“On Sept. 30, CPS completed a detailed history and summary of every child that is currently in CWOP. Each region will hold a “drill down” meeting with the youth and everyone involved in his/her care, caseworkers, placement team members, and other stakeholders in the case, such as CASA and the child’s attorney ad litem. During these focused meetings, placement options will be discussed with the youth to determine goals, find family members, and identify connections with other adults. During the second Special Session, the Texas Legislature appropriated $90 million to provide rate increases and flexible funding to increase capacity; this is in addition to the $55 million appropriated by the Legislature in the regular session.
“One of Commissioner Masters’ priorities has been to ensure that all children in Texas are protected - but DFPS must use more caution and common sense when deciding if a child is removed into state custody due to extreme abuse or neglect. To support that effort, if investigators want to remove a child at least 12 or older, the director of that geographical region must approve. Since June, the agency has developed 138 new licensed, permanent capacity beds, all of them for children and young people in foster care who have high needs.”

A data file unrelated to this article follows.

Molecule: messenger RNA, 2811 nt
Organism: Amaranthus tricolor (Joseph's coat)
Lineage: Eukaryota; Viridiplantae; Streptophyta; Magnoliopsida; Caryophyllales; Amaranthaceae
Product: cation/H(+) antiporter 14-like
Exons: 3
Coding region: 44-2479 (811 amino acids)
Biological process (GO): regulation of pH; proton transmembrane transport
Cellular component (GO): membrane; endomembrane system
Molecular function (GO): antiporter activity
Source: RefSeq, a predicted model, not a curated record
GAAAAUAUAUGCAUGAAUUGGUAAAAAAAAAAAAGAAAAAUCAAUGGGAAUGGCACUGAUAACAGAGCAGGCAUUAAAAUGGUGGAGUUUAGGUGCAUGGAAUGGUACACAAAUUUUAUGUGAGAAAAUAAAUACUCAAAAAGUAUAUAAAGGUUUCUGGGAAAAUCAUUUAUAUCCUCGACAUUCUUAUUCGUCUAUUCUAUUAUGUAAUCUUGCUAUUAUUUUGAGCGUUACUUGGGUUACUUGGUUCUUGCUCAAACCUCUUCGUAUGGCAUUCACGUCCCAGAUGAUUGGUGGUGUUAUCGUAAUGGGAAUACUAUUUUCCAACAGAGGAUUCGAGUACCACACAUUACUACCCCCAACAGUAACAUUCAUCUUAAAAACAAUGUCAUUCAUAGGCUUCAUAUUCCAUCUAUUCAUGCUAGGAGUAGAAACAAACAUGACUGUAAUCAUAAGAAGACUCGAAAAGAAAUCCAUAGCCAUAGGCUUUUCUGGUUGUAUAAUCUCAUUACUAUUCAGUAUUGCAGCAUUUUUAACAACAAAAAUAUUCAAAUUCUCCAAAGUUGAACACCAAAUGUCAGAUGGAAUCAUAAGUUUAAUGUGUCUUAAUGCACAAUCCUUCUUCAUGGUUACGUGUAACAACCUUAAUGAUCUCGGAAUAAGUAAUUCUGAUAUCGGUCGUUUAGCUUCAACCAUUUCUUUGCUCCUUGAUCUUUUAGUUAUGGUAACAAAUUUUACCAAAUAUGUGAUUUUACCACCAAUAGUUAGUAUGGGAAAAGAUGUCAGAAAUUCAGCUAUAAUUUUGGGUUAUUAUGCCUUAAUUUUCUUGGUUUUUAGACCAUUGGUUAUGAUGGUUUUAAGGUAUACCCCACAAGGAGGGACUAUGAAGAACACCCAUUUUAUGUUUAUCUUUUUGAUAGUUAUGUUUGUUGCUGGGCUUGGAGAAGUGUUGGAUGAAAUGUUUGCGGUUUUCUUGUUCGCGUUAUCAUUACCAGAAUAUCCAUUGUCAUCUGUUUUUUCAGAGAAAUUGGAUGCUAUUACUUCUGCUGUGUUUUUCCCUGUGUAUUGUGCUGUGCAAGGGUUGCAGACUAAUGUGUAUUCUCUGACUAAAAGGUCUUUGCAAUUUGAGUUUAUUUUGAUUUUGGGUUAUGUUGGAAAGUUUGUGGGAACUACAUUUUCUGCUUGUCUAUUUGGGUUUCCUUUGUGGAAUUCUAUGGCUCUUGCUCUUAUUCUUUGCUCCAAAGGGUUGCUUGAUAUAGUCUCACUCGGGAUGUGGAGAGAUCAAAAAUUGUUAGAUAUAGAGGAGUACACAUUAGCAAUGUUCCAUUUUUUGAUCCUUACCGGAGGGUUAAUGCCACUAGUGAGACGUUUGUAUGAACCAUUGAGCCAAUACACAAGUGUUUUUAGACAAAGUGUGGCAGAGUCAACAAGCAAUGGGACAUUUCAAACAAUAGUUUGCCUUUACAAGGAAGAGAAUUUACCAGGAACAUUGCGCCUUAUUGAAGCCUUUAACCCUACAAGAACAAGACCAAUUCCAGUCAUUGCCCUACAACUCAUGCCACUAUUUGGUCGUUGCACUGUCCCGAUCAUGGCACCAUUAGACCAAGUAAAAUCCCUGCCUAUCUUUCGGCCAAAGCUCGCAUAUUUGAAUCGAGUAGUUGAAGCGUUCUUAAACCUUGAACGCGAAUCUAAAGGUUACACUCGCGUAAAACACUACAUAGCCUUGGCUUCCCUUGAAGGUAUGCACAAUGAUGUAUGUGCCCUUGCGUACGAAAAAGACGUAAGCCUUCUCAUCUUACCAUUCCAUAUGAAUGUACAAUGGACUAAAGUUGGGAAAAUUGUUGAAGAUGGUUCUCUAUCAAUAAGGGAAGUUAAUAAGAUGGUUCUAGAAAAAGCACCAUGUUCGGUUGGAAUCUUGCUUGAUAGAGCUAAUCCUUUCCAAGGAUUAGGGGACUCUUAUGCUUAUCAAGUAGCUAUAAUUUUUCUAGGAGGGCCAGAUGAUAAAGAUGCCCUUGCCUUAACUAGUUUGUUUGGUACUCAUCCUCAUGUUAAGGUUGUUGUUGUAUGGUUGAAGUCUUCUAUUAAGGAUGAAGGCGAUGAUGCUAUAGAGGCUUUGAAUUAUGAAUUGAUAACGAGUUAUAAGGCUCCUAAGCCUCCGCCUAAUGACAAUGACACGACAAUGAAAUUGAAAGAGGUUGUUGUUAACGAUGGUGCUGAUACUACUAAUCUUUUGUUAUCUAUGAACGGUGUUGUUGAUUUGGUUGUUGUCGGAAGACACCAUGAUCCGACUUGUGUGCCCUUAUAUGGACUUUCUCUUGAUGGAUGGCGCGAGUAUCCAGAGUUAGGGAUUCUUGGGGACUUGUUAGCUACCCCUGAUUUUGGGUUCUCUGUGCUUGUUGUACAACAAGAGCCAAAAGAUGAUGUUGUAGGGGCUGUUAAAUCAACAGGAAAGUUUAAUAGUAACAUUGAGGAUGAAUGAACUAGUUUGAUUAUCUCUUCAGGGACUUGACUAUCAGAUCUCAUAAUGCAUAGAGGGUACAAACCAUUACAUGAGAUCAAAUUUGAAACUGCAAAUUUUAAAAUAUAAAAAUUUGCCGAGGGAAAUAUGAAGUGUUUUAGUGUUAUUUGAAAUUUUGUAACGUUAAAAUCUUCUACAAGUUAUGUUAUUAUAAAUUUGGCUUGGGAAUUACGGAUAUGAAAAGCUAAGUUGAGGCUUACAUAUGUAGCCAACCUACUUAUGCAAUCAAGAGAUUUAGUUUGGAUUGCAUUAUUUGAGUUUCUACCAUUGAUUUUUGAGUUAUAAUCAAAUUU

WATCH: Video shows teen girl being beaten while in CPS custody
‘Last resort’ placements
An Executive Summary provided by DFPS illustrates the many challenges the agency faces when finding placement for CWOP.
The summary states, CWOP is a “last resort” utilized under department policy to varying degrees for years. However, since August 2020, DFPS has seen a marked increase in the number of youth in CWOP. As they have watched the numbers grow exponentially, they have come to realize that a number of factors have contributed to this increase, beginning with the unprecedented and ongoing COVID-19 pandemic, which coincided with both DFPS and HHSC increasing stricter regulation under the existing regulatory framework coupled with the implementation of increased oversight pursuant to the Court’s Heightened Monitoring orders. Further, as noted by the Monitors, Texas has a shortage of providers for youth with higher acuity needs. As the number of youth in CWOP has grown, so has their refusal to accept placement and/or to disrupt placement so they can be discharged with the hope of returning to CWOP, thereby causing the youth to cycle between placement and CWOP. As DFPS representatives have met with providers, judges, caseworkers and other stakeholders, it has become very clear that many of the youth are in DFPS custody because of behavioral and mental health issues.